Although possible differences in vaccination rates between lower- and higher-poverty neighborhoods did not fully explain our findings, annual vaccination for influenza is the most effective way to prevent infection and its associated complications.2 Unfortunately, vaccination rates among children remain low. During the 2007–2008 flu season, 2 years after the Advisory Committee on Immunization Practices recommended vaccination for young children,20 data from the National Immunization Survey indicated that only 55.1% of Connecticut children aged 6 to 23 months were at least partially vaccinated (i.e., received at least 1 of 2 recommended doses) and only 35.8% were fully vaccinated.21 Vaccination rates of children younger than 5 years—who are most vulnerable to complications, and for whom vaccination was specifically recommended—were much higher than were those of older children.22

Since July 2009, the Advisory Committee on Immunization Practices has recommended annual influenza vaccination of all children aged 6 months and older.22 There are serious logistical challenges to achieving this goal because it may overwhelm the basic pediatric care provider system.23 If substantial influenza morbidity is to be prevented, however, it is critical that strategies—whether based in schools or communities—include special efforts to achieve high vaccination rates in higher-poverty neighborhoods, which have experienced increased rates of influenza-associated pediatric hospitalization. To eliminate disparities in influenza hospitalization, it is possible that higher immunization rates need to be achieved in poorer and more crowded neighborhoods than in less-poor and less-crowded ones.


There are several important limitations to this analysis. First, because we used Census 2000 data for our neighborhood SES measures and denominators, both were 3 to 10 years out of date. Although we are not comparing rates across years, neighborhood composition can change over time.24 Some census tracts may no longer be correctly categorized according to level of poverty and crowding. Similarly, incidence calculations may be inaccurate because of population movement into and out of census tracts that altered the denominator in our calculations. However, by design, census tracts are relatively standardized with regard to population characteristics. Furthermore, we minimized the impact of changes in individual neighborhoods by using aggregate data rather than individual census tracts. Thus, the impact of using older census data should be small.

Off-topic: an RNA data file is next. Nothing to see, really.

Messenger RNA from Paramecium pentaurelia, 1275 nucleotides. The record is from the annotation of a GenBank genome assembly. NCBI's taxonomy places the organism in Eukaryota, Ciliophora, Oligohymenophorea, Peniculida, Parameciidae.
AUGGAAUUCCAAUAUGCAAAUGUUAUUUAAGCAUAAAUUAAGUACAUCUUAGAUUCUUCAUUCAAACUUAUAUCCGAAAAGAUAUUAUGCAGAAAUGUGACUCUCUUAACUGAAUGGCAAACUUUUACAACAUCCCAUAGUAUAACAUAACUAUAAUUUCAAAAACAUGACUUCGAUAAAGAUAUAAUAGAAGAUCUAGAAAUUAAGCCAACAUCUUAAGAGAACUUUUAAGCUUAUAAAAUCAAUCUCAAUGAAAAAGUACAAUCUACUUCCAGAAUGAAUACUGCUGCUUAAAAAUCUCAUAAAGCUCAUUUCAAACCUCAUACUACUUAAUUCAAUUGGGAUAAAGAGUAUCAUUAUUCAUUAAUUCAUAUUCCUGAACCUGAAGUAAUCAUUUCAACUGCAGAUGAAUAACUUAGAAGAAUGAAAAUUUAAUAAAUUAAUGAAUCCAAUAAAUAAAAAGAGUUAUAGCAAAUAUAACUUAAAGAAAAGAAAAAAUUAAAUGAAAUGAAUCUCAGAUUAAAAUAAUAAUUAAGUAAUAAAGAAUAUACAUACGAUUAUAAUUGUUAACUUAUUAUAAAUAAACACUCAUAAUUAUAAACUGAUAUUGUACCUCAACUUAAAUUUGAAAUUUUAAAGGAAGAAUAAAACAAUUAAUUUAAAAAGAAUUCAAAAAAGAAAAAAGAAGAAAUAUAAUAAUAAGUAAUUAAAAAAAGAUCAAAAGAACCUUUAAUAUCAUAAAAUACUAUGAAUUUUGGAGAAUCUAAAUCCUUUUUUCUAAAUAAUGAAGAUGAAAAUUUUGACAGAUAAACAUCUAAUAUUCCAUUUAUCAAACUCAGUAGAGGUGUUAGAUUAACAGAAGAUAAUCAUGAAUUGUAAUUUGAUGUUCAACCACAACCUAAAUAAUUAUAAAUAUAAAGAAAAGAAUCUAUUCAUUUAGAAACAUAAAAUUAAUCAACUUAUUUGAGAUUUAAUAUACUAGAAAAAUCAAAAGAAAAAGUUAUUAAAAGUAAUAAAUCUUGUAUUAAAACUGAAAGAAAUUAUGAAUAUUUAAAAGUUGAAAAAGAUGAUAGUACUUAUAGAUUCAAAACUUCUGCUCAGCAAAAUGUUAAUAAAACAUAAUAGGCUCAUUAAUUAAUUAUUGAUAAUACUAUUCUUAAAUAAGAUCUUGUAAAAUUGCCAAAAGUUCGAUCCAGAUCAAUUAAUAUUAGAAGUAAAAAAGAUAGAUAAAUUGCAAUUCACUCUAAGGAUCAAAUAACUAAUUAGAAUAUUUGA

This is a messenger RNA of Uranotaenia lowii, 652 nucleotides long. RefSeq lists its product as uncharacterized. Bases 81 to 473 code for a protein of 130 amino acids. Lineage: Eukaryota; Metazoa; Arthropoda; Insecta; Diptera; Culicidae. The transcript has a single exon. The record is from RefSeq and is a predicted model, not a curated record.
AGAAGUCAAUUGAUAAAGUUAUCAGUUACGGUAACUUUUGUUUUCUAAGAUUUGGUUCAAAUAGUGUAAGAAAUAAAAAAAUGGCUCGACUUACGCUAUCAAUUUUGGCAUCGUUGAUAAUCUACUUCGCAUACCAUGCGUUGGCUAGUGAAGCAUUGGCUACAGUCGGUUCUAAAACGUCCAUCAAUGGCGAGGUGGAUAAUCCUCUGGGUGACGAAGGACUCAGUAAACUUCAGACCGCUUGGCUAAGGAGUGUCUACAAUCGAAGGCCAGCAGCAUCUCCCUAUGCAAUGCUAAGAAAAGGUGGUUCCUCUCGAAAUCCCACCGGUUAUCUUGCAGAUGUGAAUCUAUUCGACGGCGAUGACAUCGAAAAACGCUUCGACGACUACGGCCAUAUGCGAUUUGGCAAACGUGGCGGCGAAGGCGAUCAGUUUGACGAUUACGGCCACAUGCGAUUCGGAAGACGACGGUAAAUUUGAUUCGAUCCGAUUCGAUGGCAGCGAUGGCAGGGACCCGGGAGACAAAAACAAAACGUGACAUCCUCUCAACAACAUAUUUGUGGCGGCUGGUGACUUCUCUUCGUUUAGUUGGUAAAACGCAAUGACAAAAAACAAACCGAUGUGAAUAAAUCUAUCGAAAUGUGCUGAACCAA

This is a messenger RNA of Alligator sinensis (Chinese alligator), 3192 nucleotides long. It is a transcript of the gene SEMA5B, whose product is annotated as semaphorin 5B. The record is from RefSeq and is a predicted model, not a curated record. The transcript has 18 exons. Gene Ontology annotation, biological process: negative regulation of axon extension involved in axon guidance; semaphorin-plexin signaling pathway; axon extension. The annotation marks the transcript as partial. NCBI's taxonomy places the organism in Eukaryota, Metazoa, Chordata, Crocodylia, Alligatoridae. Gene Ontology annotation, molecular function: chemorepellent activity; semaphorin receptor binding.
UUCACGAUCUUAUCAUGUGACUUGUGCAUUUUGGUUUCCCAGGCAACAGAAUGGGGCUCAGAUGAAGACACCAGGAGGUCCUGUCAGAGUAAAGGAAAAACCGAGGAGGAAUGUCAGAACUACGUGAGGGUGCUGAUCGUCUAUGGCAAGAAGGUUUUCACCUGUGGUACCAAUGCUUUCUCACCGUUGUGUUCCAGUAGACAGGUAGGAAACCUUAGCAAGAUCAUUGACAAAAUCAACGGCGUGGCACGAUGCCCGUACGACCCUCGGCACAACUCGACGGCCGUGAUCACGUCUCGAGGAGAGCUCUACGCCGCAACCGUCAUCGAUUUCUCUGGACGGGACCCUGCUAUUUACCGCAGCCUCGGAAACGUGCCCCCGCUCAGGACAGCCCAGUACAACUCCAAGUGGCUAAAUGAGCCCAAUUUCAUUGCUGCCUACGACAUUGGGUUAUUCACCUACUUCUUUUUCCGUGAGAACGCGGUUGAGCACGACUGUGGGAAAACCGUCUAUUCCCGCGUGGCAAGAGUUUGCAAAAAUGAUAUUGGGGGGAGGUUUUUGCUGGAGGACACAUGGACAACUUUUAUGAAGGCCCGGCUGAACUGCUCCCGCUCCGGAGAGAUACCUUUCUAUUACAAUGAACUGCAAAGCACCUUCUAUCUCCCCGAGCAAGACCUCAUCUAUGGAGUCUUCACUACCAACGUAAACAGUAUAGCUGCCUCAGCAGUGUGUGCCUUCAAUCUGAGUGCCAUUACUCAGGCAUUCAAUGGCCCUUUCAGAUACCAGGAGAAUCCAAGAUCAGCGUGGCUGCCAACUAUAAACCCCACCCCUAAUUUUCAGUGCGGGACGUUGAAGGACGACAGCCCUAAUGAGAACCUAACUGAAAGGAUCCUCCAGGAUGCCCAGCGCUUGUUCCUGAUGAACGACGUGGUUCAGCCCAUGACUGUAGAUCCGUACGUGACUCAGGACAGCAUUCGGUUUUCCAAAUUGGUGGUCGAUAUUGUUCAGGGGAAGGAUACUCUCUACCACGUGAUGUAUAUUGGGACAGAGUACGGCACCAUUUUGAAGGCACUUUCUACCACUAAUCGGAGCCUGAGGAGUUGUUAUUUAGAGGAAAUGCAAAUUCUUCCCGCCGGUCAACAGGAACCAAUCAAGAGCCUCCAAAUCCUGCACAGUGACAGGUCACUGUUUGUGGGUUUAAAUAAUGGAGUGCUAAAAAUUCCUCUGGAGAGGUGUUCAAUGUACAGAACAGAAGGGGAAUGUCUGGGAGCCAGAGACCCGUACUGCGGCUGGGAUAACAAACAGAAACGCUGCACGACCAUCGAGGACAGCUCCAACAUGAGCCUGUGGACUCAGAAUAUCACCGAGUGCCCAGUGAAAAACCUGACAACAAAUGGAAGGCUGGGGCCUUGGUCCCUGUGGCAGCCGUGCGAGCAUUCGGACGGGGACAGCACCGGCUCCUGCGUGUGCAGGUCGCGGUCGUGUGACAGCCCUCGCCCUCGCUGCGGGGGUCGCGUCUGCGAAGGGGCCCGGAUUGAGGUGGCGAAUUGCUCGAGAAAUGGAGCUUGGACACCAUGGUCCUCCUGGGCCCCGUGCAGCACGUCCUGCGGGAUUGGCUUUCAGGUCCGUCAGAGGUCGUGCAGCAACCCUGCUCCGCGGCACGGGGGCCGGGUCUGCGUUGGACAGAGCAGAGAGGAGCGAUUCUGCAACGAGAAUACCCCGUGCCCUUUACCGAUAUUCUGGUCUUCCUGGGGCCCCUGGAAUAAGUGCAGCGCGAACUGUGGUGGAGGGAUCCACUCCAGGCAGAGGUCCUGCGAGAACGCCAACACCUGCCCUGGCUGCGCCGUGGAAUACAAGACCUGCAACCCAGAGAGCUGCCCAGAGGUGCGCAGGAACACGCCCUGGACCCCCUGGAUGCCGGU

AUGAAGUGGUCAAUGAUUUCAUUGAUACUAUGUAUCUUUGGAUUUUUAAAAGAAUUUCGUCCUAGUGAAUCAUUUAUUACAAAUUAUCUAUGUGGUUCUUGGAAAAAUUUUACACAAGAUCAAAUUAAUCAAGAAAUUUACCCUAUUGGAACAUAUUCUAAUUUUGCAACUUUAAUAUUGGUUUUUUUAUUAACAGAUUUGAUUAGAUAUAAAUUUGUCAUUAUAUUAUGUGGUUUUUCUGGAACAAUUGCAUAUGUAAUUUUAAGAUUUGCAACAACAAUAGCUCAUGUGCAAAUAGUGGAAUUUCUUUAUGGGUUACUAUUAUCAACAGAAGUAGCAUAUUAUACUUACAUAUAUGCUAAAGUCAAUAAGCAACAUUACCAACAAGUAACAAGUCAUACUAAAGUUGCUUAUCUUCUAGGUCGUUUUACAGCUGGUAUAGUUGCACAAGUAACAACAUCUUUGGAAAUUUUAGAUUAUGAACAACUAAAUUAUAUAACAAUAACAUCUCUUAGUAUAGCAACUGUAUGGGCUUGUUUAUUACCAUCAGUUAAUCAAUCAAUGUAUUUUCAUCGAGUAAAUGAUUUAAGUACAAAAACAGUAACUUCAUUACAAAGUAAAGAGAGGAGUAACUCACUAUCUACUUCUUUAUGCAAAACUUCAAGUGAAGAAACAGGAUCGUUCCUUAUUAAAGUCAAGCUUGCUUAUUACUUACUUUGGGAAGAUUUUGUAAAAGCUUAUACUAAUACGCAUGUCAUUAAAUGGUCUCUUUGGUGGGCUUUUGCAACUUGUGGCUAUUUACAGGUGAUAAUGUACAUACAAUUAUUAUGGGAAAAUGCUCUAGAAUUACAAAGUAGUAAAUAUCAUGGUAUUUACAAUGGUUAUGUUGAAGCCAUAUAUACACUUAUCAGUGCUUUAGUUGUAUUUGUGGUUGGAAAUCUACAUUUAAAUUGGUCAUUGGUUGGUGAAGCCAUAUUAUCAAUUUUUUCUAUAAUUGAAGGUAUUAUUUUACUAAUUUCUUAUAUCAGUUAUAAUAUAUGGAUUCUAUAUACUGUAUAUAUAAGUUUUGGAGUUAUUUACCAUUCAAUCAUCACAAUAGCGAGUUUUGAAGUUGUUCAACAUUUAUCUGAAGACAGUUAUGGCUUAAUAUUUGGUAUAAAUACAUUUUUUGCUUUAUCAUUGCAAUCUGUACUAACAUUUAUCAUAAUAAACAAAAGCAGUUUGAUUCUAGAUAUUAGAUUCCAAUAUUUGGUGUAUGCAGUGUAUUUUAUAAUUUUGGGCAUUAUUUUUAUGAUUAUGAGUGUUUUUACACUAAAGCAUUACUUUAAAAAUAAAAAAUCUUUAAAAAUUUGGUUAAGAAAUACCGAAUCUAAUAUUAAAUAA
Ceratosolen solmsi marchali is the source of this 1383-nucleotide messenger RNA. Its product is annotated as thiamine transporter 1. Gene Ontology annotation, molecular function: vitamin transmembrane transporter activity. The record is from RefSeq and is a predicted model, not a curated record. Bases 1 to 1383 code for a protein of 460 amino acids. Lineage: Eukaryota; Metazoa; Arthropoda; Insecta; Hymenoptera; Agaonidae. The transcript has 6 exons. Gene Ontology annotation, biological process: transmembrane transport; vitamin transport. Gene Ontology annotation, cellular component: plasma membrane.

Second, hospitalized influenza cases were reported from 9 different hospitals. Because these hospitals differ in the populations they serve and in the influenza screening methods they use, there could be bias in ascertainment of influenza-associated hospitalizations. It is notable that the largest hospital in the county, a hospital serving a substantial poor as well as more affluent suburban population, routinely screens all admissions with respiratory disease for influenza, whereas other area hospitals do not. Third, we measured influenza hospitalizations, not the incidence of influenza infection. Thus, these data cannot answer the question of whether persons living in poorer neighborhoods are more likely to get influenza infection or are more likely, once infected, to be hospitalized. Finally, we measured neighborhood SES, not individual SES. The findings should therefore be interpreted in this context and not as a surrogate for individual SES, which may have a separate influence on the incidence of hospitalization with influenza.


Children living in higher-poverty neighborhoods and neighborhoods with a higher rate of crowded living conditions have a higher incidence of hospitalization with influenza than do children in less-poor or less-crowded neighborhoods. Achieving high vaccination levels in such neighborhoods should be a key component of strategies to improve early childhood vaccination and to meet the recommendation to vaccinate all children annually. Analysis and monitoring of surveillance data using neighborhood SES measures can provide important data for planning and intervention that avoid some of the pitfalls of using race and ethnicity.


This analysis was supported by an agreement from the Centers for Disease Control and Prevention (CDC) (Cooperative Agreement U01C1000307).

We thank Alexis Beattie, Darcy Fazio, Julie Ray, James Meek, and Robert Heimer of the Yale office of the Connecticut Emerging Infections Program and Alan Siniscalchi and Matthew Cartter of the Connecticut Department of Public Health and the Influenza Division, CDC.

Human Participant Protection

Surveillance for laboratory-confirmed influenza-associated hospitalization among children was deemed exempt from review by the institutional review boards at the CDC and Yale University.